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Saturday Art: Cornelia, Mother of the Gracchi

Cornelia, Mother of the Gracchi, by Pierre-Jules Cavelier, is at the D’Orsay, in the open part of the first floor of the converted train station. It is life-size, carved from a block of marble, approximately pyramidal. The head of Tiberius Gracchus breaks that pyramid, giving it emphasis, and the head of Gaius is sheltered in the middle. The flowing robes give movement to the marble, softening the formal poses. Tiberius is separating from his mother, as befits a young teenager: he clutches a scroll, and is dressed in full patrician Roman garb, complete with a badge at his neck. Cornelia’s arm rests on his shoulder, not clutching him to her, not in a protective gesture, more a loving friend than a dominating mother. Despite his confident stance, his right hand brushes her thigh in a way that reciprocates her gesture. Young Gaius is protected between her knees, but she is not holding him there. He chooses to stay, one hand on his mother’s knee, fingertips of the other touching her cupped hand. The touches and the protective but open hands, coupled with the calm looks, show the love of this family.

Cornelia Gracchus was the daughter of Scipio Africanus, a famous Roman general. She married Tiberius Gracchus, who held several important positions in the Roman government, but died when the boys were young. At this link there is a long quote from another site, which unfortunately is dead, discussing the life of Cornelia. She is said to be the model of a virtuous Roman mother.

Under her tutelage, both boys both grew up with a strong sense of justice and fairness. Their backgrounds led them to politics, where both of them worked in what they saw as the interest of the Plebian class. Over the decades, many of that class had been despoiled by the Senate and the aristocrats of the day. The Gracchi brought about land reform, intending to enable the Plebians and other men of Rome to return to farming. The government owned most of the land, and theoretically no one could have more than 300 acres. The aristocrats had leased much more, and got big chunks from small farmers who were forced by to sell by debt or other problems. These reforms infuriated the rich. Both of the Gracchi were assassinated, and their agrarian reforms were abandoned. For more, see this 1901 history.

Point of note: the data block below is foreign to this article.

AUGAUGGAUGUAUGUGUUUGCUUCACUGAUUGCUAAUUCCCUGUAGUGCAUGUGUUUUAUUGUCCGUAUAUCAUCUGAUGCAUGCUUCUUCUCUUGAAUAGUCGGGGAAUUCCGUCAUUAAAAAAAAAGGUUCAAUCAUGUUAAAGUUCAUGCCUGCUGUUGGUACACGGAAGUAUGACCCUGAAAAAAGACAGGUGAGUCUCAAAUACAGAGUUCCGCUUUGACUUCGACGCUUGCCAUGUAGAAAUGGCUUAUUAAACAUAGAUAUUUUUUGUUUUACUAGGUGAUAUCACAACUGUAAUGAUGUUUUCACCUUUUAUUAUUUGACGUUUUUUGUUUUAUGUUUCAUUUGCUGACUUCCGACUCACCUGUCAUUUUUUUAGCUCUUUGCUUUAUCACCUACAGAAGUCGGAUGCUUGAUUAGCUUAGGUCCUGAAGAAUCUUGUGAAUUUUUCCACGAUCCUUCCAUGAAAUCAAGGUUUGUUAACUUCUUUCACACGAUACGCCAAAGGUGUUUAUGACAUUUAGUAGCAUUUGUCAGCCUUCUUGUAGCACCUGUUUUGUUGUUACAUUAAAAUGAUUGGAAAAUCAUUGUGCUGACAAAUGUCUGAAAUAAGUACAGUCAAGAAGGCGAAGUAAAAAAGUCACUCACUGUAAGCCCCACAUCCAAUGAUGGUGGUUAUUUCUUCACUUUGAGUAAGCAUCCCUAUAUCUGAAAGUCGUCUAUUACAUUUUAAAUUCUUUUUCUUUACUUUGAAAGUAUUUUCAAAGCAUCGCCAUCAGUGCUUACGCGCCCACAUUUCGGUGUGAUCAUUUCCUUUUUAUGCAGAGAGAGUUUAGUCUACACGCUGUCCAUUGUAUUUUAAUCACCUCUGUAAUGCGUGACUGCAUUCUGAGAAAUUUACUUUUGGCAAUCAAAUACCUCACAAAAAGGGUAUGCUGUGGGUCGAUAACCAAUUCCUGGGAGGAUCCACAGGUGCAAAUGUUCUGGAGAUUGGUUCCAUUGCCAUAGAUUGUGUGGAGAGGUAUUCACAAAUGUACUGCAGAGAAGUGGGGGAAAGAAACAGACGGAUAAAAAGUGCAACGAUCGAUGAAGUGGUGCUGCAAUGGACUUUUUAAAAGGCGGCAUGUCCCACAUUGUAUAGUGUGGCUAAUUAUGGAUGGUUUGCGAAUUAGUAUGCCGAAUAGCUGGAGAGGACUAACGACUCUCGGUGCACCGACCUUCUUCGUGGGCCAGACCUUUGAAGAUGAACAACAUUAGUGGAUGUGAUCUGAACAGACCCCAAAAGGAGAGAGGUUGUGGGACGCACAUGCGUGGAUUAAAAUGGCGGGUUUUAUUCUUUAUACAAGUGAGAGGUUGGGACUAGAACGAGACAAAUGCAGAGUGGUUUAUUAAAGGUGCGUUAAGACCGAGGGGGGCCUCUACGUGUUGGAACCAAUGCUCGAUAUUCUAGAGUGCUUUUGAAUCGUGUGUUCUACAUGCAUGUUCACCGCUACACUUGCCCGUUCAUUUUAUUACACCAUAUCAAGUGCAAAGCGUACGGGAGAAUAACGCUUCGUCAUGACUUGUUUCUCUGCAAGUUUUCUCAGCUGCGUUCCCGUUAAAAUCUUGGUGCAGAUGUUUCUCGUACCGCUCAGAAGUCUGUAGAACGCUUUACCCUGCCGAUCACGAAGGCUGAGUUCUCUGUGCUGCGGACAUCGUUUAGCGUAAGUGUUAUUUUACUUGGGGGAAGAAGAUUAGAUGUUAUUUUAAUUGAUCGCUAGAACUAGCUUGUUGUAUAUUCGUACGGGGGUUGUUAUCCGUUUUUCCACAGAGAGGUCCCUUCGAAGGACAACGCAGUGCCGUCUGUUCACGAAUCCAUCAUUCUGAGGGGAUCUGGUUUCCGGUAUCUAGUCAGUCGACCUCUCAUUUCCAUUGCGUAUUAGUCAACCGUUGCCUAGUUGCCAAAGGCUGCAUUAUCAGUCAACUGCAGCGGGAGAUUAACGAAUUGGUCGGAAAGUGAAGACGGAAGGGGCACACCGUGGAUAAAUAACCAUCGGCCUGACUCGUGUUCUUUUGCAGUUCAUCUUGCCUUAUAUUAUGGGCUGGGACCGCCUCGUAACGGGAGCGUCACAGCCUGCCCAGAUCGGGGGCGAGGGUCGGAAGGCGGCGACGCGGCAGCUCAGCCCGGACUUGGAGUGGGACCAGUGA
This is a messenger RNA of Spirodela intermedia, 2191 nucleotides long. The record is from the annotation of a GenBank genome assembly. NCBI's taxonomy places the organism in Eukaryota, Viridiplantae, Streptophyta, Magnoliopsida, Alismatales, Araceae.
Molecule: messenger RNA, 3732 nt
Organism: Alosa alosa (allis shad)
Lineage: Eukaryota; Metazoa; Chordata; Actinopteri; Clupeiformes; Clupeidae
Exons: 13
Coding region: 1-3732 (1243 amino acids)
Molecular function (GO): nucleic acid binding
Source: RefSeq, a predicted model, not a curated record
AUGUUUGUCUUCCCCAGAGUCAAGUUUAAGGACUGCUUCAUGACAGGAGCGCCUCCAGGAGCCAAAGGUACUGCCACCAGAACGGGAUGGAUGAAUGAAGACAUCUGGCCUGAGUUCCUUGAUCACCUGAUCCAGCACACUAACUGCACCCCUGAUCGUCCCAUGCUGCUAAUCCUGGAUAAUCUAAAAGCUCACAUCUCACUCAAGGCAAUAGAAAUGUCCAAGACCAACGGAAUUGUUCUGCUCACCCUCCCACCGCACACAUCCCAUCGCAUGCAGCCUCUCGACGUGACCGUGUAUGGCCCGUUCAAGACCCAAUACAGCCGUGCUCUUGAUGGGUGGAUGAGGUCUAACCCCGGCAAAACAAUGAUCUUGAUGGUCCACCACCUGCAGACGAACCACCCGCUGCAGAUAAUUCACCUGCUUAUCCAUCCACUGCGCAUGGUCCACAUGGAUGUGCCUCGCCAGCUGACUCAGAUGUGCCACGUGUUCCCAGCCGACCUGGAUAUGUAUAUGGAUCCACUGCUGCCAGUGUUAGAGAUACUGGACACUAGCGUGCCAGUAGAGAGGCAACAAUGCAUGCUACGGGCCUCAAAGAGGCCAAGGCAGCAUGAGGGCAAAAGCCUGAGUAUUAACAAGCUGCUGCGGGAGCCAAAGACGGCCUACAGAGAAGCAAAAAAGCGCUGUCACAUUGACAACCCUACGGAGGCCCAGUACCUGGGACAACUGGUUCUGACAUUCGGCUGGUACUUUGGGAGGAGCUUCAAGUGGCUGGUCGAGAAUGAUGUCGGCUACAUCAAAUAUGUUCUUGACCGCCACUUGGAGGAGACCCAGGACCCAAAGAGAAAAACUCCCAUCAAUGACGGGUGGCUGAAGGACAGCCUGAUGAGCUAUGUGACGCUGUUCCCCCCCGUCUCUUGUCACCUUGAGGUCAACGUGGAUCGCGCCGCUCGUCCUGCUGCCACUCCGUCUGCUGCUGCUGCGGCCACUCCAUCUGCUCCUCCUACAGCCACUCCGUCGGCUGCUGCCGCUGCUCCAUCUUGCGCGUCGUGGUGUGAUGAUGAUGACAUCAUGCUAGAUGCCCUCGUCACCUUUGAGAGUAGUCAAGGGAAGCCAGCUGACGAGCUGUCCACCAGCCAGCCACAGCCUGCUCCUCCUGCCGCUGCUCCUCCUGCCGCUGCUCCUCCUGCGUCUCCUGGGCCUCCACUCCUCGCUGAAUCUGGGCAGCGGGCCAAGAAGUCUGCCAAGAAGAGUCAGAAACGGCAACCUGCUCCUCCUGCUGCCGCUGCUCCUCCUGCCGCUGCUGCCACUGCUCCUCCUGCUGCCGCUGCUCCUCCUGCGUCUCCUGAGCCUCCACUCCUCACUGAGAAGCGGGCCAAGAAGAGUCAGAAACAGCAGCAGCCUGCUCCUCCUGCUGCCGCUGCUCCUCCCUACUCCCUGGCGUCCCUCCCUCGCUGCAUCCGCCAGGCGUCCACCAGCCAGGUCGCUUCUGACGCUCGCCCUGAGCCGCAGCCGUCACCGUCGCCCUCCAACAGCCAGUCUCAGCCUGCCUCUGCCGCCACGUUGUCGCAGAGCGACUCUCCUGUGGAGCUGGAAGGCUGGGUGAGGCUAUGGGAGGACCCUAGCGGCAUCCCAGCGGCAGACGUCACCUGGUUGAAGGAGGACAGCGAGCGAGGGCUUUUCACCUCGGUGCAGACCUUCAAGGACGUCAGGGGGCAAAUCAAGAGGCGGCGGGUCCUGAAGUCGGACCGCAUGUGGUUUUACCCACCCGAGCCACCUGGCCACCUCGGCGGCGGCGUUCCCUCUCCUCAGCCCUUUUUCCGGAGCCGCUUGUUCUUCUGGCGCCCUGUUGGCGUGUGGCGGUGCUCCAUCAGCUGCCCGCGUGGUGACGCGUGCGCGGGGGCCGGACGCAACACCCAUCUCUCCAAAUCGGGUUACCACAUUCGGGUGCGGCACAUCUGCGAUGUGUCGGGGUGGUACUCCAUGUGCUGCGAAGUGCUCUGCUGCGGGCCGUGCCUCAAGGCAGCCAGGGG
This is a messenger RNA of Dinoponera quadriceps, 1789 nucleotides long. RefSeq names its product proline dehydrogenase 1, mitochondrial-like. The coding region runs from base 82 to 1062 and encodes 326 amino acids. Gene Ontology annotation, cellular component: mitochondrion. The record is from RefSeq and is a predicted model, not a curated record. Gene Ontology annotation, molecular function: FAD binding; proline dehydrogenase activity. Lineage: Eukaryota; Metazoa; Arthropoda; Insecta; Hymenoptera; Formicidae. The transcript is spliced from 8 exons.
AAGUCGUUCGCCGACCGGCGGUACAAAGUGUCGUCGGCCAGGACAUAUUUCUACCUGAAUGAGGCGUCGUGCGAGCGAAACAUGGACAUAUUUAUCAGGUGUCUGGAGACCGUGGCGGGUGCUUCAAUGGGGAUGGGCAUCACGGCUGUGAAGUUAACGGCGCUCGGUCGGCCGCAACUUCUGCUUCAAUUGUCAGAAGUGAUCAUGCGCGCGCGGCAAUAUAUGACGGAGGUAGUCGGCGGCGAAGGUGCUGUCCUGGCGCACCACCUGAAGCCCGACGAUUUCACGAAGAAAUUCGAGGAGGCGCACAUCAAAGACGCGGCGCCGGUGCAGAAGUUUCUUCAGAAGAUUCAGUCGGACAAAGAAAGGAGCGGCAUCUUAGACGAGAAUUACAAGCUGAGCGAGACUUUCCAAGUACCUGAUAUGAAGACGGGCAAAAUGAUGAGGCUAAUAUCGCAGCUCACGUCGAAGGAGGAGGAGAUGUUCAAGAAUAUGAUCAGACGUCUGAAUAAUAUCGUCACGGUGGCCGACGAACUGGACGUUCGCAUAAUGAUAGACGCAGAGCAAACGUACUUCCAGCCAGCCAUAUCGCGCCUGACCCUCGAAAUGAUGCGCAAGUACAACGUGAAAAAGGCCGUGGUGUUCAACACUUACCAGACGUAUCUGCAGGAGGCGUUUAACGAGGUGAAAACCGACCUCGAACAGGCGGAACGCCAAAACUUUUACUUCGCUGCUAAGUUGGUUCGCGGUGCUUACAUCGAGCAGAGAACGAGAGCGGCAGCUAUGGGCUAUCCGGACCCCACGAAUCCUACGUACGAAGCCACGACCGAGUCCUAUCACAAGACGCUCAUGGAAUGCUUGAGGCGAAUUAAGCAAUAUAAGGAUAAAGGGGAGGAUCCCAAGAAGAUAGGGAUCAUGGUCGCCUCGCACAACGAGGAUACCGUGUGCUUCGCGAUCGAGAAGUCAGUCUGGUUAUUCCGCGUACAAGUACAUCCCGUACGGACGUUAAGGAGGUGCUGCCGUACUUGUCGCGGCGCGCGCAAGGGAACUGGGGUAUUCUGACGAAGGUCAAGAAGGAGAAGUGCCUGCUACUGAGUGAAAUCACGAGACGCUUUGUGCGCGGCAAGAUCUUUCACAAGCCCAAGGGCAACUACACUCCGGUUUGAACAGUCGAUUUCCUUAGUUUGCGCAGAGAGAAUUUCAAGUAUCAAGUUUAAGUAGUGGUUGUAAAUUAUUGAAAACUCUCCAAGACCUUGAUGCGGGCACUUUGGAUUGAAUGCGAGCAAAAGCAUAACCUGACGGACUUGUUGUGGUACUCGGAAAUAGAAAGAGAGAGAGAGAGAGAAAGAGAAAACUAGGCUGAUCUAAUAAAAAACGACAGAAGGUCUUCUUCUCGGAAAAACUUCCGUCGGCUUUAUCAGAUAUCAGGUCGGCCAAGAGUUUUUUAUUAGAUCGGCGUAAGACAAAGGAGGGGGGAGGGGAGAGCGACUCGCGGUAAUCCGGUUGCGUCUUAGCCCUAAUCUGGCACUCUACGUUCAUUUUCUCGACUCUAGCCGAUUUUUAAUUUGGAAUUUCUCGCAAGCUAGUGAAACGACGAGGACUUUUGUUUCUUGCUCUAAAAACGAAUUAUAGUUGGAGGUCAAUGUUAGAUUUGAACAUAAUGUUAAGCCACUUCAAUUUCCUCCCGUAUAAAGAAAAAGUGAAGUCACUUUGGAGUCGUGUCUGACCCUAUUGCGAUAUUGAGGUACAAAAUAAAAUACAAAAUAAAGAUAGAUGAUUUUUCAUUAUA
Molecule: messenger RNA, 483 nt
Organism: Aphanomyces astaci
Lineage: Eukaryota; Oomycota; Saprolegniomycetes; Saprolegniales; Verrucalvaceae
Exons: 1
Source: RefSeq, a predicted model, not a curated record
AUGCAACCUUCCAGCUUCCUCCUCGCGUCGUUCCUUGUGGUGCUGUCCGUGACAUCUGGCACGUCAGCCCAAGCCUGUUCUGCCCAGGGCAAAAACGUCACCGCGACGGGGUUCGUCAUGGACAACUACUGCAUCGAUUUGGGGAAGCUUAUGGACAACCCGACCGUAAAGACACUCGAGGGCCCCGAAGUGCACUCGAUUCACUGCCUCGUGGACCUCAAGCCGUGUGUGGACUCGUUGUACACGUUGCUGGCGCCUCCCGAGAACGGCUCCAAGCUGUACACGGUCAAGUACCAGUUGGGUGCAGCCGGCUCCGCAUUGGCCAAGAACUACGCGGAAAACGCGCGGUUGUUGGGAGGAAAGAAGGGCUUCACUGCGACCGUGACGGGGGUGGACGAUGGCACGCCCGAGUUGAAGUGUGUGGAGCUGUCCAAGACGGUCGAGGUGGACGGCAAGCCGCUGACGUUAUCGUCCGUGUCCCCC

The statue was presented in 1855. Classically inspired works were common in this era, and many of the paintings and sculptures presented at the Salon were in this vein. The Salon consistently rejected or downplayed the newer pieces like those of the Impressionists. My grade school art teacher, whose name I have unfortunately forgotten, explained that the juries judging the Salon thought the new wave artists were undisciplined, lazy and careless, and indifferent to beauty, and probably as was her intent, that made Monet and Van Gogh seem heroic to me.

Now I can see the beauty of the classical style, and the flaws in the Impressionists. This piece is a good example. Cavelier makes demands on his audience, to understand fully they have to understand the context, but those who don’t know the story can see the emotions. if they look carefully. He conveys delicate feelings and the nuances of family relationships, while remaining within the discipline of the classical style. He demonstrates a mastery of complex construction, a fine education, and emotional sensitivity, all expressed in rock.

Reposted in memory of Kathleen D. Walker.
originally posted June 12, 2010.

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masaccio

masaccio

I read a lot of books.

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